Manufacturing Test Packaging and Delivery

In this operation the system is manufactured, tested, prepared, and packaged in a form ready for final delivery to the customer. The activities involved in this phase and their costs depend on whether we are considering a unique system or production of several identical units.

Examples of unique systems include air traffic control, large communication systems, air defense systems, automobile factories, etc. We call these made-to-order systems. The costs of manufacturing for these systems include the costs of purchasing the individual components of the system, integrating, testing, and often, installing. The total cost of all of the phases up to this point is the initial cost of the system. To this cost, the producer adds a profit and calls it the system price. In our financial analysis language, from the customer's point of view this is the initial investment.

Some items such as automobiles, television sets, and aircraft (military or commercial) are produced in quantities. From the buyer's point of view, these are ready-made items. The quantity can be in one digit number, tens, thousands, or millions. For these items, there are two basic costs. Fixed costs (FC) and variable costs (VC). Fixed costs are those costs that are not dependent on the number of production units. Costs of phases 1,2, and 3 are of this type. Variable costs are dependent on the number of units manufactured. Material and labor are examples of this type. The total cost of a production unit is, therefore, the total of the fixed and variable cost divided by the number produced. The cost to the customer at this point is the unit's cost plus any profits added to the cost. This is his initial investment.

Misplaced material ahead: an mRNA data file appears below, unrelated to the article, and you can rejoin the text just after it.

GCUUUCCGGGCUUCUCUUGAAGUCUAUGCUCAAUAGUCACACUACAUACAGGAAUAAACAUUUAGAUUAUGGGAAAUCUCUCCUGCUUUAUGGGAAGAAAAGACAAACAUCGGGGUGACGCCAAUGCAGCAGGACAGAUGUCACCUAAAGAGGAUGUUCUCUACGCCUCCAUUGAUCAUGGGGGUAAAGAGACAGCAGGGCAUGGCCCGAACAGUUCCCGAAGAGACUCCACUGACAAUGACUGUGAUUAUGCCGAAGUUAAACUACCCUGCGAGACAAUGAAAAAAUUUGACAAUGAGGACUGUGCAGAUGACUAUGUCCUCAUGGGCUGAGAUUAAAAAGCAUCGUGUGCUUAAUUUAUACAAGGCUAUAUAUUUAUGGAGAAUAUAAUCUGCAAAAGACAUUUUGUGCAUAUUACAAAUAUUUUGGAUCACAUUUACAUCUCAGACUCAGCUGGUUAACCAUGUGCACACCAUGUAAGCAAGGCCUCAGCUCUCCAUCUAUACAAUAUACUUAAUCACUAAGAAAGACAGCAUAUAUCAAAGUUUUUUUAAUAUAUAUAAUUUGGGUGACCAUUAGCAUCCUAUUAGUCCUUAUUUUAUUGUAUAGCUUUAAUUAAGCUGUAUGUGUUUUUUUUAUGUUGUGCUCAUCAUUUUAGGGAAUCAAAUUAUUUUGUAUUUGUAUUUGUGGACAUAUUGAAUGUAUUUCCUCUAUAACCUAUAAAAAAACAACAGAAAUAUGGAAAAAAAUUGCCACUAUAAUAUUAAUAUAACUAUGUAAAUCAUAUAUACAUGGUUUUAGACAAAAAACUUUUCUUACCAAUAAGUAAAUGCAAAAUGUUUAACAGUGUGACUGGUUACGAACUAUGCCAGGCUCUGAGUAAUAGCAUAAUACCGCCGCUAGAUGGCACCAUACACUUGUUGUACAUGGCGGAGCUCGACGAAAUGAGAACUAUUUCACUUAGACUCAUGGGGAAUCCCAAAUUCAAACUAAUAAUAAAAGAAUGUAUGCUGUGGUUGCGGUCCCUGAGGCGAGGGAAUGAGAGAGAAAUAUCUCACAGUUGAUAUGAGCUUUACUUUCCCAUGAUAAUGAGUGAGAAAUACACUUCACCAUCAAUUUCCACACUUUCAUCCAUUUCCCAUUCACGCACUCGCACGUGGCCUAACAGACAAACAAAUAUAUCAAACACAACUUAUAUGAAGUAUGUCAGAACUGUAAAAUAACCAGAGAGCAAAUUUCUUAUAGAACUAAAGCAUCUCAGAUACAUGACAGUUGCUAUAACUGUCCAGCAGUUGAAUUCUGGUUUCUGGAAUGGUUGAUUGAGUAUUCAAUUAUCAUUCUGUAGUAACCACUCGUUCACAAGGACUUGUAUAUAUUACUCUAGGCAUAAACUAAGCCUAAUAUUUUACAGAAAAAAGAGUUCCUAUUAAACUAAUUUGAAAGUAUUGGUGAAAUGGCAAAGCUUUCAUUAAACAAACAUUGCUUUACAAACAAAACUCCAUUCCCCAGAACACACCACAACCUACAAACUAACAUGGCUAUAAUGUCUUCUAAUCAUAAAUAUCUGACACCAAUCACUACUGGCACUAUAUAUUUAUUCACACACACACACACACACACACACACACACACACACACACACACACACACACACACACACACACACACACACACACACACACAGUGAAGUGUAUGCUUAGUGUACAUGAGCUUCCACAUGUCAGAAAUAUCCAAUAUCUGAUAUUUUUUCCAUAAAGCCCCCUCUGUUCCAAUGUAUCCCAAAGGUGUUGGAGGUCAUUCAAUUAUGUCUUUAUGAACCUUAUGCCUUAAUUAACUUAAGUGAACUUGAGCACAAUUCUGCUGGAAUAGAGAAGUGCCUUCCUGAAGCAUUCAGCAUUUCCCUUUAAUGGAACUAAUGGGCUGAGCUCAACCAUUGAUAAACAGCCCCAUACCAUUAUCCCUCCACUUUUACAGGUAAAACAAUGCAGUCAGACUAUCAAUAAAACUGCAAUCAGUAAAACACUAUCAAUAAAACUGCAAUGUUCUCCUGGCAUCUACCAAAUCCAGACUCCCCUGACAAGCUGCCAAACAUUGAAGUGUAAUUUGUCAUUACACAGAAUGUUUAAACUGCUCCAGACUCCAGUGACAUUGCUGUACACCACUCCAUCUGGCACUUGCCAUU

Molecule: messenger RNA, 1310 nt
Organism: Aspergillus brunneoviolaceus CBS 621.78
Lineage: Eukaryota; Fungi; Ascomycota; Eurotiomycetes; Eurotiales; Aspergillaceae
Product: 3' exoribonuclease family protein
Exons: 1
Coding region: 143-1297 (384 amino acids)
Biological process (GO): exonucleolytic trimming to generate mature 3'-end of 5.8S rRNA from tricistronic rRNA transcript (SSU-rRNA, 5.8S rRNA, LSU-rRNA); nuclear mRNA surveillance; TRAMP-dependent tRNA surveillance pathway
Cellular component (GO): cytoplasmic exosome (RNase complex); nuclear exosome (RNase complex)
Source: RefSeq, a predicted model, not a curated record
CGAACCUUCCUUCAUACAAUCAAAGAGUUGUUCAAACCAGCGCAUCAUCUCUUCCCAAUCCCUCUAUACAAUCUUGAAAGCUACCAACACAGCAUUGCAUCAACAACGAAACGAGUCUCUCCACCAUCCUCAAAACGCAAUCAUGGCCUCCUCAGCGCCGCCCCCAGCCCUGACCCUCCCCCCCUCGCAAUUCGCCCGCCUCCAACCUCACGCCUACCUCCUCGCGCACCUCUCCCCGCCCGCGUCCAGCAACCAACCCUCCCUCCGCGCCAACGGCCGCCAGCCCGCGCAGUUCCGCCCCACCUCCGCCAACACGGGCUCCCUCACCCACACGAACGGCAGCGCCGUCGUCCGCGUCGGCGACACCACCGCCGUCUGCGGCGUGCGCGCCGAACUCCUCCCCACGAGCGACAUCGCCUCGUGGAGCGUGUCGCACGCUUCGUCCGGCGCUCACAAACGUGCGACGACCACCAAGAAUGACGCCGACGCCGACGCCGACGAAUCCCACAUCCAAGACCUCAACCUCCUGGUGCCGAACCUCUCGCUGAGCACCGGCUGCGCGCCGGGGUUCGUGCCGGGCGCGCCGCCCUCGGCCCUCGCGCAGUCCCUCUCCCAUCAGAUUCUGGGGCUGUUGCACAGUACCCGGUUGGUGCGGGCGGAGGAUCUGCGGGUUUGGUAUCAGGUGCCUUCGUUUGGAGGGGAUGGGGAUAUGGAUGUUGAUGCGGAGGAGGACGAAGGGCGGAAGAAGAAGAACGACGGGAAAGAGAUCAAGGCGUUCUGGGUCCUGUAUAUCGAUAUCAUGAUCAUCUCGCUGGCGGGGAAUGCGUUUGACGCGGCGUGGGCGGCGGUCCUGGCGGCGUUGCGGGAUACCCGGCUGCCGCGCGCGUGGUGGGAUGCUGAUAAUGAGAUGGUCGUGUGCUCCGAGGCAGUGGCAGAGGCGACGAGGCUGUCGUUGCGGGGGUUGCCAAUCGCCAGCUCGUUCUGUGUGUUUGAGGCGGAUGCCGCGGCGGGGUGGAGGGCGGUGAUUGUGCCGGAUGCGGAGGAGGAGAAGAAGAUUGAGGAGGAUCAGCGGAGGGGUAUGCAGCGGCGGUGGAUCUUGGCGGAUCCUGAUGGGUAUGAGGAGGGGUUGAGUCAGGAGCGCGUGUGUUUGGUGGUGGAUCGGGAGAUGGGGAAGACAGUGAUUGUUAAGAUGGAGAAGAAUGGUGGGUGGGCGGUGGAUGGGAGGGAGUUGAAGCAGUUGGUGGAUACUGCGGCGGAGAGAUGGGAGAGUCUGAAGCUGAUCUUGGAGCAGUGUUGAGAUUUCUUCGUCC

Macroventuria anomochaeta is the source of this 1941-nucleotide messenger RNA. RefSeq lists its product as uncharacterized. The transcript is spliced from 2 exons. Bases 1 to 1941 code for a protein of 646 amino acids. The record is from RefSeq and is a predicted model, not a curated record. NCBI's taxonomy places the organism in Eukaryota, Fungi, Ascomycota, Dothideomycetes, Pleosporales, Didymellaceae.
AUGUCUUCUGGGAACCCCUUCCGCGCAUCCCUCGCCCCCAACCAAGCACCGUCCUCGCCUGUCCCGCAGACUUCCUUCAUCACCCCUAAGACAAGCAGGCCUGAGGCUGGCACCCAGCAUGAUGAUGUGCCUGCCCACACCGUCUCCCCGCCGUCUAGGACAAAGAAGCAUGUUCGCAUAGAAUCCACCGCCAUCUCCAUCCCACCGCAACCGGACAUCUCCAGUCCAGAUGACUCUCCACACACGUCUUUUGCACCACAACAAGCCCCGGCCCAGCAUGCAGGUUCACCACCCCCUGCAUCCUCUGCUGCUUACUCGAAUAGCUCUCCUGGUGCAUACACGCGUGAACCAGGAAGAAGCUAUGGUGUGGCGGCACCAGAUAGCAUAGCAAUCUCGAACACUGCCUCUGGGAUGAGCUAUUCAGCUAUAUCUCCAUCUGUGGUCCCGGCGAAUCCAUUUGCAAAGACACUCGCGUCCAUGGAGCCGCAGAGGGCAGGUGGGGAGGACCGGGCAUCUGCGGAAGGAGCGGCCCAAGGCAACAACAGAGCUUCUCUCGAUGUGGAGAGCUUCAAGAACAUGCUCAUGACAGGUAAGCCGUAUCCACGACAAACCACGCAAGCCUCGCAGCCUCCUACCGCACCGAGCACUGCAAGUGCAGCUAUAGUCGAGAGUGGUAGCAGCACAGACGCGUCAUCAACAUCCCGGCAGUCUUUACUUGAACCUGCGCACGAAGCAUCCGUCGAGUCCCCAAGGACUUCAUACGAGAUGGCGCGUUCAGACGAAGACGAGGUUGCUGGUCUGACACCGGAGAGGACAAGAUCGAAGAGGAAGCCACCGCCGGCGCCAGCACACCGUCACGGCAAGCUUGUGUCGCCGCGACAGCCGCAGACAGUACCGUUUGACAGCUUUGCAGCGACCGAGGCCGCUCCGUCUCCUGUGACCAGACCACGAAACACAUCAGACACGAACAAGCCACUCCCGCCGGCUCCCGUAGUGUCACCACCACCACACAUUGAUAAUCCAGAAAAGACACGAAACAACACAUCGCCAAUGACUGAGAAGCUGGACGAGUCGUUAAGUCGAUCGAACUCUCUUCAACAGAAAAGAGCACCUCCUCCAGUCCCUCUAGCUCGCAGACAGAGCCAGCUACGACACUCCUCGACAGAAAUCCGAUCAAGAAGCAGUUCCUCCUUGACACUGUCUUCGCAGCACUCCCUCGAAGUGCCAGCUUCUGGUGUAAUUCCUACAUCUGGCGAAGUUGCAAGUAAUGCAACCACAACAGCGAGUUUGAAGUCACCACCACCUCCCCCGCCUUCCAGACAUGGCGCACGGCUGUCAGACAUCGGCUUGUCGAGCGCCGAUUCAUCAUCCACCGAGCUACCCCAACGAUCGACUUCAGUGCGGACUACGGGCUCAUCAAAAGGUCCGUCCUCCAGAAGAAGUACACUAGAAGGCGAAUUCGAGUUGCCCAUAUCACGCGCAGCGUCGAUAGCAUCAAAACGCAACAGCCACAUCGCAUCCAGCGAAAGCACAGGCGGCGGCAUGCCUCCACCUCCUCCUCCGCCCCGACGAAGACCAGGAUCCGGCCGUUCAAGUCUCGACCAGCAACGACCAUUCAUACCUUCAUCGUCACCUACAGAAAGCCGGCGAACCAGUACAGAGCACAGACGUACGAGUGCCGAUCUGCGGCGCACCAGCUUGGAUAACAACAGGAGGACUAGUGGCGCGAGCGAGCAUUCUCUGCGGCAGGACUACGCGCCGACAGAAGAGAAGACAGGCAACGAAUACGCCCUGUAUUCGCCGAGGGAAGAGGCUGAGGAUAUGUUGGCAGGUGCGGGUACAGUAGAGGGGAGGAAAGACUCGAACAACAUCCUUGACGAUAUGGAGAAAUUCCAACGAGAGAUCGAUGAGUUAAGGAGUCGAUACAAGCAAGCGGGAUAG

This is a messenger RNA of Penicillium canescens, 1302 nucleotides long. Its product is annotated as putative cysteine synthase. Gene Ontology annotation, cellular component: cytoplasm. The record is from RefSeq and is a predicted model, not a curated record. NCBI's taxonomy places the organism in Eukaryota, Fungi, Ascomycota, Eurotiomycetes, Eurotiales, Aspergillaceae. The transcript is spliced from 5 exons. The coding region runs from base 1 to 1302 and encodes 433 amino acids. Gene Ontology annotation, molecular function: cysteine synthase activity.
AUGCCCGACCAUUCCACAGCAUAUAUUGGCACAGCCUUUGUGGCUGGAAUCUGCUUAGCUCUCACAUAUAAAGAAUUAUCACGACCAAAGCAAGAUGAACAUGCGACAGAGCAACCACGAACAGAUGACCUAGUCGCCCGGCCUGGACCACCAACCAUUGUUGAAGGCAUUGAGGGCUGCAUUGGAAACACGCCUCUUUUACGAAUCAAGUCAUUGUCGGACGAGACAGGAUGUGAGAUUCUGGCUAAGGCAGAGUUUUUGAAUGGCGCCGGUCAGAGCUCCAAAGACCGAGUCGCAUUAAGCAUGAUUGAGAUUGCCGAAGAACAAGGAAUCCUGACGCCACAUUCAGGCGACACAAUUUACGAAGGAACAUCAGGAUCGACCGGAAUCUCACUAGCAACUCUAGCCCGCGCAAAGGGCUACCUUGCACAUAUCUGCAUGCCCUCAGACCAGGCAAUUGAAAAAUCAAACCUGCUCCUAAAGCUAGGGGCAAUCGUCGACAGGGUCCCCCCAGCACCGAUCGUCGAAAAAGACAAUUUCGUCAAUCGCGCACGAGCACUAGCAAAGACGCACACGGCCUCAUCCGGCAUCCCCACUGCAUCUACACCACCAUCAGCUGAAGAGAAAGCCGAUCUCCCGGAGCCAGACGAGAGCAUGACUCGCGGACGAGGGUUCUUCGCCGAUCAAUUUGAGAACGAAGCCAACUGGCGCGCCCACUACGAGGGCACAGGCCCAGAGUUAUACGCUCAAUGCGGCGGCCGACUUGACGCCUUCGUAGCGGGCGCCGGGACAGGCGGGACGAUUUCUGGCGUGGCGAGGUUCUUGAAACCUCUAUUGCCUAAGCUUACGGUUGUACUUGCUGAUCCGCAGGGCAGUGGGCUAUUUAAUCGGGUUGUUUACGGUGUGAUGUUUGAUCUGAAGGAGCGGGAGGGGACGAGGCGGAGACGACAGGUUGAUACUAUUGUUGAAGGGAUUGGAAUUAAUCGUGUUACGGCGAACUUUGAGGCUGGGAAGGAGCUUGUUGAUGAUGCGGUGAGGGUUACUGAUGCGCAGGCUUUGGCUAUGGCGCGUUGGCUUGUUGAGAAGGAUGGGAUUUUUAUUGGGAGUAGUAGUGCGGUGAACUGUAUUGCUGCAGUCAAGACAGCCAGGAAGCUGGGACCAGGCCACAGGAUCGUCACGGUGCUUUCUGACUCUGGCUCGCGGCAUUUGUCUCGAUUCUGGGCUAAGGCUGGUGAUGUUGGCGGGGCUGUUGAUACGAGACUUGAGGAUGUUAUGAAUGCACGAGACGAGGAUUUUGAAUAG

where a is the variable cost associated with one unit, and N is the number of units produced. Fig. 10.2 presents the relationship of fixed cost, variable cost, unit cost, and the number of units produced. As expected the total cost of one unit decreases when the number of units increases. However, we have to be careful not to apply this principle indiscriminately. When the number of production units goes beyond the capacity of the system, then additional fixed costs occur in increasing the system capacity to accommodate the additional units. In this case, we have to go back and calculate the relevant cost associated with the new production capacity.

N Limber of Units

Cost Per Unit

Num be r of Units

Num be r of Units

There are also other costs associated with purchasing activity including requirement generation, bid document preparation, evaluation ofbids, and other necessary activities.

These costs can be included in the initial investment.

Project Management Made Easy

Project Management Made Easy

What you need to know about… Project Management Made Easy! Project management consists of more than just a large building project and can encompass small projects as well. No matter what the size of your project, you need to have some sort of project management. How you manage your project has everything to do with its outcome.

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